It can be intimidating to use a new fire-powered device for the first time. Are you a new gas grill owner? Here’s a guide on how to use a gas grill for the first time and not set your food or your house on fire! Let’s get grilling in style – and safety, while looking like proud, experienced cooks.
How to use a Gas Grill for the First Time?
Using this type of grill require some skills that you should know before starting to cook on a cooking device that runs on gas and here are some tips for you to grill safely.
Double check the assembly
It sounds absurd, but you’d be surprised at the number of grilling adventures that failed the first time because the grill itself wasn’t a viable cooking unit and they had been set up for failure from the very beginning. The first thing you want to do is double check your grill unit.
Make sure that it is put together correctly, and especially make sure that it is sturdy. A metal box is designed to hold fire, and it can’t do its job well if it is wobbling all over the place – and if this is the case, a house fire is sure to ensue!
What to do if your grill is wobbly
If your grill unit isn’t stable, it’s critical to correct that before starting your grilling job. If the grill isn’t a full-sized unit but more of a portable unit, find a better table or resting surface. If it’s the grill itself that’s wobbling, try to find something that isn’t flammable to prop under your grill to keep the grill extremely still, such as a metal door stopper. If you can’t find anything that’s stable, don’t use it, and wait with cooking until you solve this problem first.
If the grill is stable, but the whole grilling cart is wobbly, then try your grill on a flat surface, and then inside a gravel pit, and find whatever works best to keep your grill still. This way you will be more confident to use your grill safely.
You always want to make sure your grill is at least reasonably clean before you start grilling. While it is true that some organic material will be burnt off like a self-cleaning oven, all of it certainly won’t be, and flammable, organic material is a big problem. Make sure that every time that you cook on your grill, it isn’t caked in grease or other fire fuels. You don’t want your entire grill erupting in flames!
While you make sure if your grill is ready for use, you should check the grease trap and empty it out. You should also give it a cursory wipe down before replacing the trap. A trap that is overly full will leak out onto the ground beneath you, and onto the grill, too. Many beginners make the mistake of thinking that the trap is fine, but it can overflow with the intended grilling load.
Check the connections
Yeah yeah, you want to light your grill! Hang on; you’re almost there, you need to perform one last, vital check that the propane canister is hooked up correctly and that it isn’t leaking. Make sure that the propane is secure and gently turn the valve on. With a spray bottle, spray some water and dish-soap solution onto the valve and gas hose. If it bubbles, there’s a leak. If there are no bubbles, you’re set to go.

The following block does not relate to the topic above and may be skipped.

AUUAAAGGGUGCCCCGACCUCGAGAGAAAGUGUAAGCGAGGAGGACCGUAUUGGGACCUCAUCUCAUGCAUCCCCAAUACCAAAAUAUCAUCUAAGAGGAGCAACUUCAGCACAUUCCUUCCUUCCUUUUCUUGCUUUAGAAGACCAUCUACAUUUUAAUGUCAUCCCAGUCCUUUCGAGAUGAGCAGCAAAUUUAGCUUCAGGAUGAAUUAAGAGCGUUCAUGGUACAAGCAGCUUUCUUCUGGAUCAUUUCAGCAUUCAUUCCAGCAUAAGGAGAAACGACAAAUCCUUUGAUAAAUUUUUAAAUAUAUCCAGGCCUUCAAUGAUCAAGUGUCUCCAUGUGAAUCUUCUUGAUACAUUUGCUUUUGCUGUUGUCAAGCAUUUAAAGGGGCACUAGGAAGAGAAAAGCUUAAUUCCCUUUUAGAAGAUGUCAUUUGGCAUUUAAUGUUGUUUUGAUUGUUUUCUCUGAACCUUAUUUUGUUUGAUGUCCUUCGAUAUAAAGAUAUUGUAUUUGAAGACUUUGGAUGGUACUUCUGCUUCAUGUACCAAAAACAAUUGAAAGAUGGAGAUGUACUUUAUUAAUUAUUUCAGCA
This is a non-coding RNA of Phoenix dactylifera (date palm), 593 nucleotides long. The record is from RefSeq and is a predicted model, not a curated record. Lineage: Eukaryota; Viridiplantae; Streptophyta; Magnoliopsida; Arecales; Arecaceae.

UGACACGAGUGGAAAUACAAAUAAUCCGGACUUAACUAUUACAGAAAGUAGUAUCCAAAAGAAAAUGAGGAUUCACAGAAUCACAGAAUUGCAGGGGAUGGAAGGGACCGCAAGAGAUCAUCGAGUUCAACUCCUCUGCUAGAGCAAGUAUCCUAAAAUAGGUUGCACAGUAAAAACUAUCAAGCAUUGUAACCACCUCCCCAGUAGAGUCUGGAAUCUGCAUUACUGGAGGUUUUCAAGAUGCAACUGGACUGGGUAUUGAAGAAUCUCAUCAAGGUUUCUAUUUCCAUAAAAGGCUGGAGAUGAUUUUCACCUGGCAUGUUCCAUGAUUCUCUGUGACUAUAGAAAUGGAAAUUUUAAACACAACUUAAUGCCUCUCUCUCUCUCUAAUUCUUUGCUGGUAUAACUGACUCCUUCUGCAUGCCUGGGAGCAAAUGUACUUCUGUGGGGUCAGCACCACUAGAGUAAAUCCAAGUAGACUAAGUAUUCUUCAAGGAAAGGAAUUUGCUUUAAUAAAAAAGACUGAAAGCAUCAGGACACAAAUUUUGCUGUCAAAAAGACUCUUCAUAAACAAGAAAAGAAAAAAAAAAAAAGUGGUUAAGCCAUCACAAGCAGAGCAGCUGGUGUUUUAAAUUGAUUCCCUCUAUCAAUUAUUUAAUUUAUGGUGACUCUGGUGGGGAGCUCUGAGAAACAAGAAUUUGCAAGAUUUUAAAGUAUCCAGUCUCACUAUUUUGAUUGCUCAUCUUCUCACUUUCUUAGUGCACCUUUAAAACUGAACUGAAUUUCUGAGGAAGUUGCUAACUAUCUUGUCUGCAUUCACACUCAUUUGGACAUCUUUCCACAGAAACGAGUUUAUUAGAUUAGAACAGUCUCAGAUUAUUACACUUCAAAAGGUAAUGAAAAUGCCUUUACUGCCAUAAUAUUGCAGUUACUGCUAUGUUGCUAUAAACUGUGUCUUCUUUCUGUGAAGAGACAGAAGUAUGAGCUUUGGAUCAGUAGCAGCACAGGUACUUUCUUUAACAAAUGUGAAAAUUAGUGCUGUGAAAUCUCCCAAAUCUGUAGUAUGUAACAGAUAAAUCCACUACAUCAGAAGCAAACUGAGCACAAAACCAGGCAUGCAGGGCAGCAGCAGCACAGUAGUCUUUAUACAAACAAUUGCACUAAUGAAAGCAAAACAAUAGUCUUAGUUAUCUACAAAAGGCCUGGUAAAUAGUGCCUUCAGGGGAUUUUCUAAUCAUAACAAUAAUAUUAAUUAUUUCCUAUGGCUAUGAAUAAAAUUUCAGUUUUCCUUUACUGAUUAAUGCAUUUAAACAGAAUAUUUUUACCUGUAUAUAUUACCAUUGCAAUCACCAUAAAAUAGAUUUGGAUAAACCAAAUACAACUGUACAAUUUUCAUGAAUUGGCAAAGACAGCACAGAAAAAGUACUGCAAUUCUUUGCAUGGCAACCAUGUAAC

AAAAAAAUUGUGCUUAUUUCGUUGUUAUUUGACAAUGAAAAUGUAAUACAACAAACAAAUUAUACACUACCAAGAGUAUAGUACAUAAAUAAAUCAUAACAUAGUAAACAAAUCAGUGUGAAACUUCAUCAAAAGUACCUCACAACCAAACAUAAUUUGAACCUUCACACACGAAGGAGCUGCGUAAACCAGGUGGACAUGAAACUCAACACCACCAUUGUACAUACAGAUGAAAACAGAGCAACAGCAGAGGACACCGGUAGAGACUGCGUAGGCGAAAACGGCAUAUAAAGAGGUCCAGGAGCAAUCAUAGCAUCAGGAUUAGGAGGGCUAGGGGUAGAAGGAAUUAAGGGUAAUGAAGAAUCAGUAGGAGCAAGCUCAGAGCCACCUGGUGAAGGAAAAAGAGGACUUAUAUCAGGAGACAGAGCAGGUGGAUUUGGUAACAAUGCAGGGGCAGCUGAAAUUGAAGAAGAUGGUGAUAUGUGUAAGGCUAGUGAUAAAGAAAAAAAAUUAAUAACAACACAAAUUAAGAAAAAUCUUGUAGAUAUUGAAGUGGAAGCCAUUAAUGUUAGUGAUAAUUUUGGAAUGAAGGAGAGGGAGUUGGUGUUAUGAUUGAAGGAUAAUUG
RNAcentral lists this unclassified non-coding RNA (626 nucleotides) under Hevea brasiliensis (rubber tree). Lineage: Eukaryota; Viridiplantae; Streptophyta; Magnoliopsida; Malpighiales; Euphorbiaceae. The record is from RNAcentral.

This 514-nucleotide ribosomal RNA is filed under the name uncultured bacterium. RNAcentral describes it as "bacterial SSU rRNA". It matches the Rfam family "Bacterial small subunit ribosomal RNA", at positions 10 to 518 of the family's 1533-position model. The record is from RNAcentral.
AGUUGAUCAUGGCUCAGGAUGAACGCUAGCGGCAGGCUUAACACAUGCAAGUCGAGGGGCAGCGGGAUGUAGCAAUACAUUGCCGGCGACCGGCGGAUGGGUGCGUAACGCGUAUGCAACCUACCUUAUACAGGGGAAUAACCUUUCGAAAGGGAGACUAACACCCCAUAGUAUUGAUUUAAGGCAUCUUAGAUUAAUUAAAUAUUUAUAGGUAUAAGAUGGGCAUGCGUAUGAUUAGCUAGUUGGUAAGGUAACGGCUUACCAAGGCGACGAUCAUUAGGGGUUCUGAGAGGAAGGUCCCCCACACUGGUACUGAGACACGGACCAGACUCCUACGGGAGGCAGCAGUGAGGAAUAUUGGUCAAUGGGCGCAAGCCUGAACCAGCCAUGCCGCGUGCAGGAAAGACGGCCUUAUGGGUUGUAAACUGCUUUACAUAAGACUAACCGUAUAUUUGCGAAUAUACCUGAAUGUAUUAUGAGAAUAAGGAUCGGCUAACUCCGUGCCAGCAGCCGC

What to do if your propane tank or gas line is leaking
If you’ve got a leakage, you don’t want to proceed – you’d light the whole leak of gas on a fire. You need to go to the hardware store and get another hose or swap out your faulty propane tank. Both parts should be pretty easy to fit on, as most grills are made with the knowledge that in some climates these hoses don’t fare well, so they’re made to swap out easily.
Turning on the grill
Now that you’re sure that your grill isn’t a fireball but just a fire cooker, it’s time to light the grill. Make sure the valve to the gas is turned on slightly, and activate the grill’s lighter. Some grills have push buttons, some have strikers when you turn the temperature knob, and some require manual lighting.
What to do if your grill doesn’t light
If you’ve turned on the gas and tried to light the grill with an electronic lighter or internal mechanism of the grill but it didn’t light, then turn off the grill and wait a few minutes for the gas fumes to dissipate. If you try to light it right away, the grill will more or less explode into flames because of excess gas around the grill from not lighting the first time correctly.
What to do if your grill doesn’t light at all
If your grill’s lighter is not working at all, then you’ll have to light your grill manually. After your dinner, you’ll need to gather your warranty and support information and inform the company of the problem. It could be that the grill is defective, or that you forgot a step in assembly or set-up.
After dinner is done
After you’ve finished cooking, turn off the grill. I like to clean mine at this point because it makes me happy to see the wisps of smoke as I brush off the excess, but also because I know it’s easier to clean now then before it has sat and weathered.
What to do with the propane tank
Where to put the propane tank gets a lot of people into a problem spot. Now, the grill itself can stay outside, it can stay in the shade, or you can store it in a shed of some kind. I always recommend a grill cover to protect and endure your investment, though.
But the propane tank always has to be outside. It can’t go inside, and it can’t go in a shed. The reason for this is because if the tank leaks, it’s outdoors where it can mix in the air and dilute faster rather than becoming concentrated in a small, trapped area.
I hope this guide helped you to understand how you should deal with the gas grill properly. It’s not very hard; there are just a few more safety checks than with a wood or charcoal briquette grill to make sure that everything is sound. Now that you know what you’re doing, you can strut your stuff and show off that delicious bbq!